The Environmental Protection Agency describes wetlands as “our vital link between land and water.”
Also referred to as marshes, bogs or swamps, wetlands are among the most diverse and productive of ecosystems, and perform many important functions that benefit both people and wildlife. Wetlands collect and store stormwater, filter and purify that water, provide habitat for birds and other animals, include a wide diversity of specialized plant life, and are often beautiful as well. Wetlands are highly productive natural communities and provide habitat and food resources for a wide range of species. Wetlands have a high level of nutrients and, coupled with the availability of water, they provide ideal habitat for fish, amphibians, shellfish and insects. Additionally, many birds and mammals rely on wetlands for food, water, breeding grounds and shelter.
An area must be inundated or saturated with water at least part of the year to qualify as a wetland. There are several types of wetlands, classified by factors such as salinity, mineral or organic soil type, and the plants and animals found there. For example, there are both salt- and freshwater wetlands. Some wetlands are covered by trees and grasses, others by floating-leaf plants and open water.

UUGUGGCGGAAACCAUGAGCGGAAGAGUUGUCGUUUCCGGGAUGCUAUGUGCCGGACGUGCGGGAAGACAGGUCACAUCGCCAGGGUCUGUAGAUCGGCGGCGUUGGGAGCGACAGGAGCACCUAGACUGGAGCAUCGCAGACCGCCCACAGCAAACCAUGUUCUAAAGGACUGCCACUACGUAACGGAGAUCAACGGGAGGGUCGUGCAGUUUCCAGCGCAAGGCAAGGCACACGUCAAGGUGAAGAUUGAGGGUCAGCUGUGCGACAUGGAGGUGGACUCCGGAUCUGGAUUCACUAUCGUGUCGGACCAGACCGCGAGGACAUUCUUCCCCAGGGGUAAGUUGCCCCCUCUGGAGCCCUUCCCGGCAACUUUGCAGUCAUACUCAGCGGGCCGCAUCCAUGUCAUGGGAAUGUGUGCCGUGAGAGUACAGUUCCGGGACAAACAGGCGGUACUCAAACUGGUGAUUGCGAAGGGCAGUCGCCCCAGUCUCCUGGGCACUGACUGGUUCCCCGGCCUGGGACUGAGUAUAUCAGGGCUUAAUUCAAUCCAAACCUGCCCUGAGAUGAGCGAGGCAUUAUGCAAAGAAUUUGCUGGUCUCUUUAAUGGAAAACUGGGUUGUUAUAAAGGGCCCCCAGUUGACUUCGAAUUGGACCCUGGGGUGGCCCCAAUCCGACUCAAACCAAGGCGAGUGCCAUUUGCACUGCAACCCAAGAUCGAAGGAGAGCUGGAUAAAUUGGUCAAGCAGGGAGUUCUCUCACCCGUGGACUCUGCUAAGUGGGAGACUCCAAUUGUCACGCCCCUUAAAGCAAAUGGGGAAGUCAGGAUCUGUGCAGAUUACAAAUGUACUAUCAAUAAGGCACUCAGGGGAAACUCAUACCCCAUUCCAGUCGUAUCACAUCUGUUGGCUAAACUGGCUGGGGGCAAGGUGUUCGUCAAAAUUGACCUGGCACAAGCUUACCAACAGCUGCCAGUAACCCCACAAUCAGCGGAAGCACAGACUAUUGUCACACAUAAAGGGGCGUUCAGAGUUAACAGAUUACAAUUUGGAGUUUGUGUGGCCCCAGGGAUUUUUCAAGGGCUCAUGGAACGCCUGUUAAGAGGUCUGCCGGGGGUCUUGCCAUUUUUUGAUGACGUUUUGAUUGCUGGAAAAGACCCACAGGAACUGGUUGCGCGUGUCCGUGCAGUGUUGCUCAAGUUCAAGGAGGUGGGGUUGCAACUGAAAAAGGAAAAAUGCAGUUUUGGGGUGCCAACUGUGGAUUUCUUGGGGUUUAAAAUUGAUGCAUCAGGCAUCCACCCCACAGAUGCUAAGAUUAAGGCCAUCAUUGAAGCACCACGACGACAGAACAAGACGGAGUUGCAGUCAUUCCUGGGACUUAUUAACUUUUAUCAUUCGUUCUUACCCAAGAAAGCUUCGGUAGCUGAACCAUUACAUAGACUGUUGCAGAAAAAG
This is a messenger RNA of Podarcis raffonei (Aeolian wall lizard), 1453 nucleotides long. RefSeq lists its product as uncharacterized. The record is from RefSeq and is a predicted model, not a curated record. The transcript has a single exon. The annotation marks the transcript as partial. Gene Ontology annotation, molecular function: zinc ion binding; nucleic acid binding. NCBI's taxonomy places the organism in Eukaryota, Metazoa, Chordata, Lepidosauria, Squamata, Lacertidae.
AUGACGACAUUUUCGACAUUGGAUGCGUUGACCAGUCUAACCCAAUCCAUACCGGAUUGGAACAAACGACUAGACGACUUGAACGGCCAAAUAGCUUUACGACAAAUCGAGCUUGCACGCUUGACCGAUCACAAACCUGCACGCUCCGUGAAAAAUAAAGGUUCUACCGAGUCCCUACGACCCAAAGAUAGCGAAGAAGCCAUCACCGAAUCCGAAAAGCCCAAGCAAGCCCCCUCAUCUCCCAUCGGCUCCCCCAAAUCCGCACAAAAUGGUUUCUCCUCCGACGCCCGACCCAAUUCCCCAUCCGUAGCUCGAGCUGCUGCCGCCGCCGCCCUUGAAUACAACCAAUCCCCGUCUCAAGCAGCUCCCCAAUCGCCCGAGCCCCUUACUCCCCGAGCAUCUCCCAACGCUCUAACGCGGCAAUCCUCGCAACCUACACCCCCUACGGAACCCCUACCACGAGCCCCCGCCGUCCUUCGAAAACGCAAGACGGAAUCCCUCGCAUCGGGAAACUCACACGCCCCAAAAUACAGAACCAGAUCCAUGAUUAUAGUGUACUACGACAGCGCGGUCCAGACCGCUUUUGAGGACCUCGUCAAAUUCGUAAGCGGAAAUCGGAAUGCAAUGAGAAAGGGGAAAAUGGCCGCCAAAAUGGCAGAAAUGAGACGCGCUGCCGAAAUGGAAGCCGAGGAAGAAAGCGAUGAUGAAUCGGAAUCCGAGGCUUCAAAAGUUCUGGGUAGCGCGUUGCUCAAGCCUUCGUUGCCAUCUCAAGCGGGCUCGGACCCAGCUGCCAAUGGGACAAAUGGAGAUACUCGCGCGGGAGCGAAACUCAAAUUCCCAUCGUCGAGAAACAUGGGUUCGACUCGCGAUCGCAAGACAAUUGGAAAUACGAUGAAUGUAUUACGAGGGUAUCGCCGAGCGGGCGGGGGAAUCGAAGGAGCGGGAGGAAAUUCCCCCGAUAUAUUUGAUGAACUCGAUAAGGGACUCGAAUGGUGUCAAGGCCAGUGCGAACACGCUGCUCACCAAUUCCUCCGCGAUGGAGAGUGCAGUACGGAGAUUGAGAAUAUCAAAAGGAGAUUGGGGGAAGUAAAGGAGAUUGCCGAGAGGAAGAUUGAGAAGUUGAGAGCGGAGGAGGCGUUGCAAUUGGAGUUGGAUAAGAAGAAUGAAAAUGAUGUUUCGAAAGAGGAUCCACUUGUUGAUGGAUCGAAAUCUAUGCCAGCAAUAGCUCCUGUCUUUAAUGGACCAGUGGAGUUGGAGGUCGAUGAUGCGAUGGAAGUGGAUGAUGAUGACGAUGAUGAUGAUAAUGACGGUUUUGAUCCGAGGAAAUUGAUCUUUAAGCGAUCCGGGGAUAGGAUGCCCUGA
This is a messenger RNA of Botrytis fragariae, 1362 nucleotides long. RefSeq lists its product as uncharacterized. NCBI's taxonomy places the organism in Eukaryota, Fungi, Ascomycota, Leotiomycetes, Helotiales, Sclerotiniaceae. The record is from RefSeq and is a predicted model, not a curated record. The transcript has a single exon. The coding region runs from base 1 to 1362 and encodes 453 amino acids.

To be called a wetland, an area must be filled or soaked with water at least part of the year. Depending on the type of wetland, it may be covered with trees, grasses, shrubs or moss. Some grassy wetlands are actually dry at certain times of the year.
Like the many endangered species that count on this highly variable ecosystem for their survival, wetlands themselves are endangered by development and over-use. They can be drained and paved over for construction, polluted by urban run-off, or stripped of resources for their fish and fuel. With wetlands shrinking around the world, including in the United States, mitigation banking provides an opportunity to counter an unfortunate ecological trend.